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Wonderful as it is that they are so tight, they also need OTHER kids. Staying in touch with cruising friends through email and texting is important: they routinely use Google Hangouts to chat with friends across several continents, maintaining long term relationships. They’re important, but not a replacement for in-person interactions.

With teens aboard, the happiness calculus gets more complicated. FOMO goes to a whole new level for kids that rely on phone/internet to feel connected. There’s a whole chapter in Voyaging With Kids dedicated to the unique needs and perspective of teens.

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The teen bonfire, carefully spaced away from their parents: Maldives 

Personal space is key (Siobhan and Mairen have already worked out who gets Niall’s cabin when he leaves for college). For families looking at moving aboard, it’s not just the physical space but how they personalize it to make it theirs. As teens build and connect with their growing identities as young adults, we support them as parents by giving them a voice in planning. Family planning is a round table where everyone’s goals and desires are taken into account. Their desires matter, whether it’s plans for the day or the season.

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Niall’s desire to complete the circumnavigation before college changed our plans significantly, and that’s just fine. On the beach in Eleuthera this week

We’ve had a long stretch with few boat kids in their age range (getting within a three year spread would be great). There have been intersections that provided critical injections of camaraderie, but we’re all feeling it. Leaving Florida so late in the season put us out of sync with the migratory fleet. It’s pulling us to shift our summer plans, and look at hustling south to Grenada sooner rather than later. It’s partly the promise of the a gathered fleet during hurricane season, but mostly because another kid boat—friends we’ve crossed an ocean with—are sailing there soon. Hurricane season worries factors in, too; we have no insurance coverage during named storms, and Grenada is relatively safe from historical storm tracks. Parts of our plans more fixed than flexible (Niall is keen to cross our circumnavigation track in Pacific Mexico before college next year), but this is a shift we can make.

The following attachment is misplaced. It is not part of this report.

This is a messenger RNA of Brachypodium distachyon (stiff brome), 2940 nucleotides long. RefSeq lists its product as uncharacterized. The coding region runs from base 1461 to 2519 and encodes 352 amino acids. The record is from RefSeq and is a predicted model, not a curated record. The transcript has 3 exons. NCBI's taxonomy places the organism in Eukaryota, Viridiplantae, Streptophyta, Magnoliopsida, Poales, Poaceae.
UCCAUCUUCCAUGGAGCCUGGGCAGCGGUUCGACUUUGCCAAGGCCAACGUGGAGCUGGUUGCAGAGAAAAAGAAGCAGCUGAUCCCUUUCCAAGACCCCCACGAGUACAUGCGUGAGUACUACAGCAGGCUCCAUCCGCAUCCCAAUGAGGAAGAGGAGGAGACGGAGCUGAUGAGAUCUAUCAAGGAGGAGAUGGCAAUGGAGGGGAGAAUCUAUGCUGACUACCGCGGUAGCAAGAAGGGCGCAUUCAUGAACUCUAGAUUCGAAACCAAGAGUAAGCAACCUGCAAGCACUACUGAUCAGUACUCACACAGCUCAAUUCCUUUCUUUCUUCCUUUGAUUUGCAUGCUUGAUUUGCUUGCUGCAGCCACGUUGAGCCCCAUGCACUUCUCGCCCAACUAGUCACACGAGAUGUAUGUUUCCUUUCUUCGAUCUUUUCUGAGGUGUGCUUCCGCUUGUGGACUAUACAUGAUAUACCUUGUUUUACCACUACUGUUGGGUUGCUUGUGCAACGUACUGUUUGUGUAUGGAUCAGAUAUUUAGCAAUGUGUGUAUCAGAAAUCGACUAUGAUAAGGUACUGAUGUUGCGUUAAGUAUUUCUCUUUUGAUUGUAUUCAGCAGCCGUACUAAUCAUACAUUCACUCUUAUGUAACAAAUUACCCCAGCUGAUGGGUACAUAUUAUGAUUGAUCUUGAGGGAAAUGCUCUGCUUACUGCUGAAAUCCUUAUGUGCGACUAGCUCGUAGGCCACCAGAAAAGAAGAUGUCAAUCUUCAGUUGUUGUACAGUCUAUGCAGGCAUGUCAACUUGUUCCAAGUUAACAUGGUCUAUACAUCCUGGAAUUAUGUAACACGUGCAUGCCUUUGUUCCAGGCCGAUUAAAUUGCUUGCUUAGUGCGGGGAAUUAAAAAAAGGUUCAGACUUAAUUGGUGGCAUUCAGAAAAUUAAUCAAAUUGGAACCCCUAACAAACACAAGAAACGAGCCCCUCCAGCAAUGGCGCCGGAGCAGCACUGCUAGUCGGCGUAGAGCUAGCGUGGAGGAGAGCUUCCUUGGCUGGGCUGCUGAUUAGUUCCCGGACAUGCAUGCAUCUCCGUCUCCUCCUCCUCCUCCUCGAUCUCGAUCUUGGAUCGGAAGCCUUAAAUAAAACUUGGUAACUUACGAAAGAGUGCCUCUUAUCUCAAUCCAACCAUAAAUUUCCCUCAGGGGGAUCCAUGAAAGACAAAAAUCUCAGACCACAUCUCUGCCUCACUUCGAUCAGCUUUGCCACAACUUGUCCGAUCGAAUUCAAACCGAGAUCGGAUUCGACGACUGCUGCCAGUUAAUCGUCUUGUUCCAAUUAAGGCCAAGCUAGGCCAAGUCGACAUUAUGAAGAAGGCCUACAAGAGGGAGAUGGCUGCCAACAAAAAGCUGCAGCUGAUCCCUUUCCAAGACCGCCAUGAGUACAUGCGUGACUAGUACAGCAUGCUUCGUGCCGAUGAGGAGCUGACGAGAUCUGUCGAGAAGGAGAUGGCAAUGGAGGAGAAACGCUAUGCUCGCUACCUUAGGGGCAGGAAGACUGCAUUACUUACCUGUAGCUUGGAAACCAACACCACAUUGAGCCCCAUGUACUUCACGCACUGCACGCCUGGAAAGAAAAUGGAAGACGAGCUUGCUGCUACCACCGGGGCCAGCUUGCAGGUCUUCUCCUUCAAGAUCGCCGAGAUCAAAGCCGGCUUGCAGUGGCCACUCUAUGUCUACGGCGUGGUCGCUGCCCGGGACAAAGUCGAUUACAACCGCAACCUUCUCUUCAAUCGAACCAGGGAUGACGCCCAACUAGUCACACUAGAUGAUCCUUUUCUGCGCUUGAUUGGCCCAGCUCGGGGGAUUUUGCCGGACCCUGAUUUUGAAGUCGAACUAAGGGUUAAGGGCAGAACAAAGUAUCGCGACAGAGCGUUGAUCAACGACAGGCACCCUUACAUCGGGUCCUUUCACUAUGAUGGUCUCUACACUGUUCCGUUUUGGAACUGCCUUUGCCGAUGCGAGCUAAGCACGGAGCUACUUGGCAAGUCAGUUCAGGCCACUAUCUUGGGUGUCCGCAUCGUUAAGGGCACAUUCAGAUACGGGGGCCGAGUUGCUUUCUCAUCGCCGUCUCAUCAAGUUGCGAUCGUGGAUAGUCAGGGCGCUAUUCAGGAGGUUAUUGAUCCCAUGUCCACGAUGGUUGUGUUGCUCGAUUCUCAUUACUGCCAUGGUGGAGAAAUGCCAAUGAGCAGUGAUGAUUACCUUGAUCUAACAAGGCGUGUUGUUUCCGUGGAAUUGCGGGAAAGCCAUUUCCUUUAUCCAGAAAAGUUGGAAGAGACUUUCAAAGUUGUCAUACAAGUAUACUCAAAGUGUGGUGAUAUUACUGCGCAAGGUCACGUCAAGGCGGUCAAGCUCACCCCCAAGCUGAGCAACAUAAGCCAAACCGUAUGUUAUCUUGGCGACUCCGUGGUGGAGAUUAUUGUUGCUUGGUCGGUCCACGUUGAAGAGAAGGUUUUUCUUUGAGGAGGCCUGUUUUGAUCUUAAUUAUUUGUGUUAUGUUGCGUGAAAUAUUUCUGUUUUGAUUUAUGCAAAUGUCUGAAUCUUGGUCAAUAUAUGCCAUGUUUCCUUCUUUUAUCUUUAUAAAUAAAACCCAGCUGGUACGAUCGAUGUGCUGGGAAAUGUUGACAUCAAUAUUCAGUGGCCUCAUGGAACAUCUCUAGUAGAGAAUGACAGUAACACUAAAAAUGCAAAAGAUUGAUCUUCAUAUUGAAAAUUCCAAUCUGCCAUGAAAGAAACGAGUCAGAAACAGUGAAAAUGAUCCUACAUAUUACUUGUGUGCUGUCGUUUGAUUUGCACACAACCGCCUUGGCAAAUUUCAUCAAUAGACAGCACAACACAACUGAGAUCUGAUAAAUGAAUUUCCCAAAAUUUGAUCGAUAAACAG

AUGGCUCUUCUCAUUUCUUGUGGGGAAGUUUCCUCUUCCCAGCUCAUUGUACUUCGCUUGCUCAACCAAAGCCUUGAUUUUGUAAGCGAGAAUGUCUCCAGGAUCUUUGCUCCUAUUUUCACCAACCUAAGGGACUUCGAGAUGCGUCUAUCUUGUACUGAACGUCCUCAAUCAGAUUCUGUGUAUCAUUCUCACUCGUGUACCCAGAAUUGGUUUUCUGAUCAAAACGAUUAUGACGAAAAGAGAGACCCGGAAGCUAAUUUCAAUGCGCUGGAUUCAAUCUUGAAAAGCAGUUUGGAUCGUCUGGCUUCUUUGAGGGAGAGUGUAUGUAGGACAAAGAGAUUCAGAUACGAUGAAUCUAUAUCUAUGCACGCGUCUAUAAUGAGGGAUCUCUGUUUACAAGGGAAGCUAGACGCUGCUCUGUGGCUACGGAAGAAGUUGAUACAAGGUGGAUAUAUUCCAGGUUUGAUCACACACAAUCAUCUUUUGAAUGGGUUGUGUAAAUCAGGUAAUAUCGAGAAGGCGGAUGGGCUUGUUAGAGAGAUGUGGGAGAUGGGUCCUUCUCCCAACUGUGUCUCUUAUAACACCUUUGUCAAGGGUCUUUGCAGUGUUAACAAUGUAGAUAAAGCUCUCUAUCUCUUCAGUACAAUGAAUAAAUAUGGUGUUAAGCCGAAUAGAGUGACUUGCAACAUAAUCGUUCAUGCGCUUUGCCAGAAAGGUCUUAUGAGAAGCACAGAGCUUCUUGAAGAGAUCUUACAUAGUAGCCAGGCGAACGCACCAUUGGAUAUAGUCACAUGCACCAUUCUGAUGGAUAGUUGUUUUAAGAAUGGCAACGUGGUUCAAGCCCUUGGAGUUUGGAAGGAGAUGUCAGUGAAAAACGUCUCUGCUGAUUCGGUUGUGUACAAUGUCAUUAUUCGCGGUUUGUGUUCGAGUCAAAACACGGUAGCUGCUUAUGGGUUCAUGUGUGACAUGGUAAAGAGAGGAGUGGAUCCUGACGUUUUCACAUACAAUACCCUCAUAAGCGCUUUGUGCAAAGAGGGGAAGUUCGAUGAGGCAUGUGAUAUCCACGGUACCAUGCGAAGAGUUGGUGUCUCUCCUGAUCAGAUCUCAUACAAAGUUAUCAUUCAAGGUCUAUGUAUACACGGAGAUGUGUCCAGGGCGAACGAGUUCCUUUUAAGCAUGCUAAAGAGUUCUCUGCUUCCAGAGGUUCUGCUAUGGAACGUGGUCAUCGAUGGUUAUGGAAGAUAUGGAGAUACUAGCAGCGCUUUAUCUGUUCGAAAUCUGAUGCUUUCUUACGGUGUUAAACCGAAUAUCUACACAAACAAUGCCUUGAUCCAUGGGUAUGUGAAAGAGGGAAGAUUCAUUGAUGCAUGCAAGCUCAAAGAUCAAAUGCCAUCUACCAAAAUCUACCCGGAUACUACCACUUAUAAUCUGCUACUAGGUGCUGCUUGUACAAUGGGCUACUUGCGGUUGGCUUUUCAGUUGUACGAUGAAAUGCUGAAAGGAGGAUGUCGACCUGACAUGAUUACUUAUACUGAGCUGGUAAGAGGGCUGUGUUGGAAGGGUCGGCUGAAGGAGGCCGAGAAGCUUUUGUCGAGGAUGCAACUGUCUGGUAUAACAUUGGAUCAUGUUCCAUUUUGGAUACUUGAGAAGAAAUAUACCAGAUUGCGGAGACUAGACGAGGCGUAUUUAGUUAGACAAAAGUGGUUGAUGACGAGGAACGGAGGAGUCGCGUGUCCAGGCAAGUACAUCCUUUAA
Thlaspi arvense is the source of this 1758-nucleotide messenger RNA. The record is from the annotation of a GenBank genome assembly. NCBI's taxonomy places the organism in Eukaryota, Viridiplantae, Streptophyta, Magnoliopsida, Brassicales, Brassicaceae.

It throws our calendar up in the air again, but that’s a kind of status quo for us lately. This much we know: as great as our kids are at flying together as a solo tribe, we’re looking forward to connecting them with kids closer to their age again soon.

Siobhan watches sunset in Thailand

Siobhan watches sunset in Thailand

Mairen on the windward side of Eleuthera this week

Mairen on the windward side of Eleuthera this week